On February 2nd, 1959, 9 ski hikers from the Ural Polytechnical Institute set up camp on the slopes of Kholat Syakhl in the Northern Ural Mountains of Russia. Although the group were experienced trekkers and something made them cut their tents from the inside and flee into the surrounding terrain with little to no clothes in the dead of night with sub-zero temperatures.
Soviet investigators found the bodies of all 9 individuals in 3 separate areas nearby. 6 of the group members had died from hypothermia, but the other 3 showed sign of physical trauma. One victim had a fractured skull, another had brain damage without any apparent trauma, and a third had her eyes and tongue removed. The investigation found that “an unknown compelling force” had been responsible.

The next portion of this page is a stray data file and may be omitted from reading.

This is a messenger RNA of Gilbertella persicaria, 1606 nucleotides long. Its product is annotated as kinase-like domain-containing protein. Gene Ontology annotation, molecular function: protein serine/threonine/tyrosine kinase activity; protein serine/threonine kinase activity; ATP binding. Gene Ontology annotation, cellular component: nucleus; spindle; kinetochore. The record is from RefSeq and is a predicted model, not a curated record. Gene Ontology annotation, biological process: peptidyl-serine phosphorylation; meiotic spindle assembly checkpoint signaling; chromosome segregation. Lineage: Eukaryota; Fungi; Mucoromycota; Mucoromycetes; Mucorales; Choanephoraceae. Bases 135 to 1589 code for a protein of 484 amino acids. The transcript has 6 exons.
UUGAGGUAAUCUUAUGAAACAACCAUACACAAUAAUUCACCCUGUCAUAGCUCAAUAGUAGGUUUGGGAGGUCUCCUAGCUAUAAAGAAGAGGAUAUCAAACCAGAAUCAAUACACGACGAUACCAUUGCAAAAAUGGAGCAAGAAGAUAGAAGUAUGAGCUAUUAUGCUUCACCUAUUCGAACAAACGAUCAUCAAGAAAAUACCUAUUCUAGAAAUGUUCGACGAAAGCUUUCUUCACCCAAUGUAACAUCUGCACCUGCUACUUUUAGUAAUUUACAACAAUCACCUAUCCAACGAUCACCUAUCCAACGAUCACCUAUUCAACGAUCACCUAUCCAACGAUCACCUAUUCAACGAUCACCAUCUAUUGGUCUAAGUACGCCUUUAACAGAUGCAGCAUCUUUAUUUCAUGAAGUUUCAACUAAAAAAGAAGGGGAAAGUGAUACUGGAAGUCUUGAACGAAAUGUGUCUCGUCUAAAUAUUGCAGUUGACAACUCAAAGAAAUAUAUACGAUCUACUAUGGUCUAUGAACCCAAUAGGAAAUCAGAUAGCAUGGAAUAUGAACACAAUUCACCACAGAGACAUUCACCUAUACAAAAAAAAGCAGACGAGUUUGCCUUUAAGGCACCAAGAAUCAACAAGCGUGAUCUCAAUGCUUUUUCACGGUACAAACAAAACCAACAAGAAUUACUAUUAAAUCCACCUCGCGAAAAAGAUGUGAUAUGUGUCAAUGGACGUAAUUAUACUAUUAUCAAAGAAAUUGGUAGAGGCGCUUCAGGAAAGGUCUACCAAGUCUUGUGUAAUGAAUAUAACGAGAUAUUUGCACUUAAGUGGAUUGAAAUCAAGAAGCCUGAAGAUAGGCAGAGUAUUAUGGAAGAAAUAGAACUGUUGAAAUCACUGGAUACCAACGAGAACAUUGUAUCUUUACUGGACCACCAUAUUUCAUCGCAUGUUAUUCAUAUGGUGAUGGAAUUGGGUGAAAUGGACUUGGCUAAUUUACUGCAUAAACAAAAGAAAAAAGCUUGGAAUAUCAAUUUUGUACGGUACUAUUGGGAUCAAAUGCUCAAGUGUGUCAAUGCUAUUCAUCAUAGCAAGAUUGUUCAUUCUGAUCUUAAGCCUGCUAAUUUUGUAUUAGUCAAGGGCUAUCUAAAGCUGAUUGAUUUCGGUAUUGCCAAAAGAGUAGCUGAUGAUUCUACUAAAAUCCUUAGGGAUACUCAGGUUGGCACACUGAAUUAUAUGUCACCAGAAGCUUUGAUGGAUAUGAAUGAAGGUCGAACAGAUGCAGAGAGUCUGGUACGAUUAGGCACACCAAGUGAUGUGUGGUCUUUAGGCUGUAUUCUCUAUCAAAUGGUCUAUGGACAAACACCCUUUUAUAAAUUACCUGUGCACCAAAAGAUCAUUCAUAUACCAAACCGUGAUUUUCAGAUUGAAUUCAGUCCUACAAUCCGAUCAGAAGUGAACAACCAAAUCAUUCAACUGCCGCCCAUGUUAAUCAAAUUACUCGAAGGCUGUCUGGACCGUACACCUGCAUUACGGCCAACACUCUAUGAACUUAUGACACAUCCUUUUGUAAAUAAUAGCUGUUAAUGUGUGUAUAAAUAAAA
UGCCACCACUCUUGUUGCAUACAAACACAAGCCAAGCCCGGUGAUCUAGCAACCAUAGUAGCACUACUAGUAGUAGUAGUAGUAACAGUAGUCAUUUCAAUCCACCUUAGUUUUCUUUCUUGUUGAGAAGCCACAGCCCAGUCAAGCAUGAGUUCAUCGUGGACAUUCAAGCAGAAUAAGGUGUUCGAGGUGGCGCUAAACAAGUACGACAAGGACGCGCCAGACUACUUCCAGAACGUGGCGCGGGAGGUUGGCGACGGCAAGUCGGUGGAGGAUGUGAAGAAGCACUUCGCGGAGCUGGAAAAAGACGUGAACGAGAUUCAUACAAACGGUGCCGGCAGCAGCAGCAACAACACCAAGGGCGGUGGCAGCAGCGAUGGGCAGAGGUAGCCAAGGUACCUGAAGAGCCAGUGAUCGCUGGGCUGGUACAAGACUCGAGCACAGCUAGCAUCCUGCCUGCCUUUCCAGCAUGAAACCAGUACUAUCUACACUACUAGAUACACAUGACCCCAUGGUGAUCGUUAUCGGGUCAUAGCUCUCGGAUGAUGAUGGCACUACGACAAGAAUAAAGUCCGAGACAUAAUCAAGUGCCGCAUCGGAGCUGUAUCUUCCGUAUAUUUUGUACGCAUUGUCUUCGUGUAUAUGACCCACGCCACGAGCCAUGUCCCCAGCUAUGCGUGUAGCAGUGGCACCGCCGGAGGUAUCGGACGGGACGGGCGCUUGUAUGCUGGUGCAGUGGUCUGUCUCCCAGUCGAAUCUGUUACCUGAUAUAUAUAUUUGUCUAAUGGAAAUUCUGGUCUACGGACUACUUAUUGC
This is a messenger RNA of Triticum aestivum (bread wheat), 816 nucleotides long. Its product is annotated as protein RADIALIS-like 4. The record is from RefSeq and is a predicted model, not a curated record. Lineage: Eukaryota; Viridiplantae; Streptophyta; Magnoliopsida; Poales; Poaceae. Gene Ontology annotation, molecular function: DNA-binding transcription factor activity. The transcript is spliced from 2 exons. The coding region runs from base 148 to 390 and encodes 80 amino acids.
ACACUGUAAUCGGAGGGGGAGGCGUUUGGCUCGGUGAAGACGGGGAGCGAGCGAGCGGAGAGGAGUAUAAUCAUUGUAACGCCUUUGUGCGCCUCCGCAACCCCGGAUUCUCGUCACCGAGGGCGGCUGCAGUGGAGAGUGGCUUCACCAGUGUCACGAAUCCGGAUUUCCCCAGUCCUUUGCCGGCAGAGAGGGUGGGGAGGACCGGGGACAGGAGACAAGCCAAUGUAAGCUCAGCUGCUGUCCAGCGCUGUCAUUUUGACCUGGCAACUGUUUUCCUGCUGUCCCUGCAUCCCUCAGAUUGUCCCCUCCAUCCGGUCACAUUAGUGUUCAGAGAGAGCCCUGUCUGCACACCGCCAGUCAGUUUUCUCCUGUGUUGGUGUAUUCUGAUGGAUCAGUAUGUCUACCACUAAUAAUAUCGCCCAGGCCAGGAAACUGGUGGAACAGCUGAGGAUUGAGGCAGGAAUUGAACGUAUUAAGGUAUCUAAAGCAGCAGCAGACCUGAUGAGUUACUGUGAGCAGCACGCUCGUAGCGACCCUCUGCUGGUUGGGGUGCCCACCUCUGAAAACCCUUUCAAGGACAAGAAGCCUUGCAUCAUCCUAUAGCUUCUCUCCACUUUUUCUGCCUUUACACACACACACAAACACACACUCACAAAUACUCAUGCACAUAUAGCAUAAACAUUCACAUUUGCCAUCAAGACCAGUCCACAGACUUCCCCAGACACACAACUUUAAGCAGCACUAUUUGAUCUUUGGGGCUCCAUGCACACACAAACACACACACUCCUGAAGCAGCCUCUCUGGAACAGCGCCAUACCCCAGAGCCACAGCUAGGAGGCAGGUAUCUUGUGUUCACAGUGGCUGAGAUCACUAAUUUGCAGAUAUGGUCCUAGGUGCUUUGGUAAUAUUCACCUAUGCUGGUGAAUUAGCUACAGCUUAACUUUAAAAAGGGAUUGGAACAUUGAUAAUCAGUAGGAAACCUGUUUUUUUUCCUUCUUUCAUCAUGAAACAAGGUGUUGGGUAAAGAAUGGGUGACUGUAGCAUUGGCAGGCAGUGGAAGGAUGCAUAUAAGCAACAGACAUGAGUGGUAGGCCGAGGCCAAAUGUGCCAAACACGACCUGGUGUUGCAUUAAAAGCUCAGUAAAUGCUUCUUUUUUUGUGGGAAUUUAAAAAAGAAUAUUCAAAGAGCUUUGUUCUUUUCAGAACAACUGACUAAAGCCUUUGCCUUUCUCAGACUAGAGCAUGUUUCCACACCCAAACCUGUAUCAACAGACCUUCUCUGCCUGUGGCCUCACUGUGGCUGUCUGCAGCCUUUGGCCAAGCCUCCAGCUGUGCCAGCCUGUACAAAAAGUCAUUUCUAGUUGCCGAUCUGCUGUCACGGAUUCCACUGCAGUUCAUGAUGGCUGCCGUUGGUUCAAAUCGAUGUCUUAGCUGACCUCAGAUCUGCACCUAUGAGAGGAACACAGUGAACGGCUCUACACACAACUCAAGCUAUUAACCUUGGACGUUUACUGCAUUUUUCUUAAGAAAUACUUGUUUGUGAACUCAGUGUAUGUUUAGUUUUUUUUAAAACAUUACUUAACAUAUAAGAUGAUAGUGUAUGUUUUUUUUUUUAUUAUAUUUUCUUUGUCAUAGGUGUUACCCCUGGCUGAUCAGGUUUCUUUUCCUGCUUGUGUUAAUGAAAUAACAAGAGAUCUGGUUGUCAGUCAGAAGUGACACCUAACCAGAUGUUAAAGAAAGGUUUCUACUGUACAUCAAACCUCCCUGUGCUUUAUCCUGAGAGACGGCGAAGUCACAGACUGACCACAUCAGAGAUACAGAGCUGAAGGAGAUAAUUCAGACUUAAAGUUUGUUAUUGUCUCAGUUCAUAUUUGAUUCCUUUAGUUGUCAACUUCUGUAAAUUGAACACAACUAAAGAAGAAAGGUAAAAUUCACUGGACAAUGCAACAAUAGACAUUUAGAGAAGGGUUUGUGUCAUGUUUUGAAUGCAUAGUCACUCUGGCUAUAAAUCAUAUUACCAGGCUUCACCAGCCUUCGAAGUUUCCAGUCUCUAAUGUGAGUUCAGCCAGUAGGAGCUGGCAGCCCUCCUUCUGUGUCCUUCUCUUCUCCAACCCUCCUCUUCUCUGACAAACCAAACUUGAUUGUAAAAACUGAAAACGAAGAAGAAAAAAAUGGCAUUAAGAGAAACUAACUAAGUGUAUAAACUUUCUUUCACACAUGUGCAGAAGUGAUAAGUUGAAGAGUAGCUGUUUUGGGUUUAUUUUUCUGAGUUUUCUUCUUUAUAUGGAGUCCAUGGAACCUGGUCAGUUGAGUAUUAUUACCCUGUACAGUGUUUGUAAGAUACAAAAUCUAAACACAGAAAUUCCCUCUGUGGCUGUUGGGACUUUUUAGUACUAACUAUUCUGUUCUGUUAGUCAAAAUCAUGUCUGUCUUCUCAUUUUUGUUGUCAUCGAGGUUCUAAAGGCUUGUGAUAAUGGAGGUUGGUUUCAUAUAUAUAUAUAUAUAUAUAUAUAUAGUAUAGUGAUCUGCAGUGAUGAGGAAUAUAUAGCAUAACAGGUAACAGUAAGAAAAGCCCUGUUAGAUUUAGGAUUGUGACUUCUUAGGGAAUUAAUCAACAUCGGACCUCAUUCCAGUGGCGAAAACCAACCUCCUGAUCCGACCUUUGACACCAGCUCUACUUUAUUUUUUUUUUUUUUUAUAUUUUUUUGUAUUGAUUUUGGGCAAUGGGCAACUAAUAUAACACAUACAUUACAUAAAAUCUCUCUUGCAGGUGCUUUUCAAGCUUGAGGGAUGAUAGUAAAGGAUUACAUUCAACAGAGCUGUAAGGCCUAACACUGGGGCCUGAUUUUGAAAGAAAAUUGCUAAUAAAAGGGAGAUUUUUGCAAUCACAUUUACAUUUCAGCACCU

Access to the area was forbidden for 3 years following the incident. And the area was named “Dyatlov Pass” after the group’s leader, Igor Dyatlov. One picture of a mysterious figure was found on one of the group’s film reels peeking out from behind a tree, leading some to speculate a Russian Yeti may have been the culprit.
Yury Kuntsevich, who attended the victims’ funerals recalled their skin had a “deep brown tan.” While another group of hikers 50 km to the south claimed they had seen strange orange spheres in the sky to the north on the night of the incident. The Military and meteorological services reported seeing the same phenomenon in the area during February and March of 1959.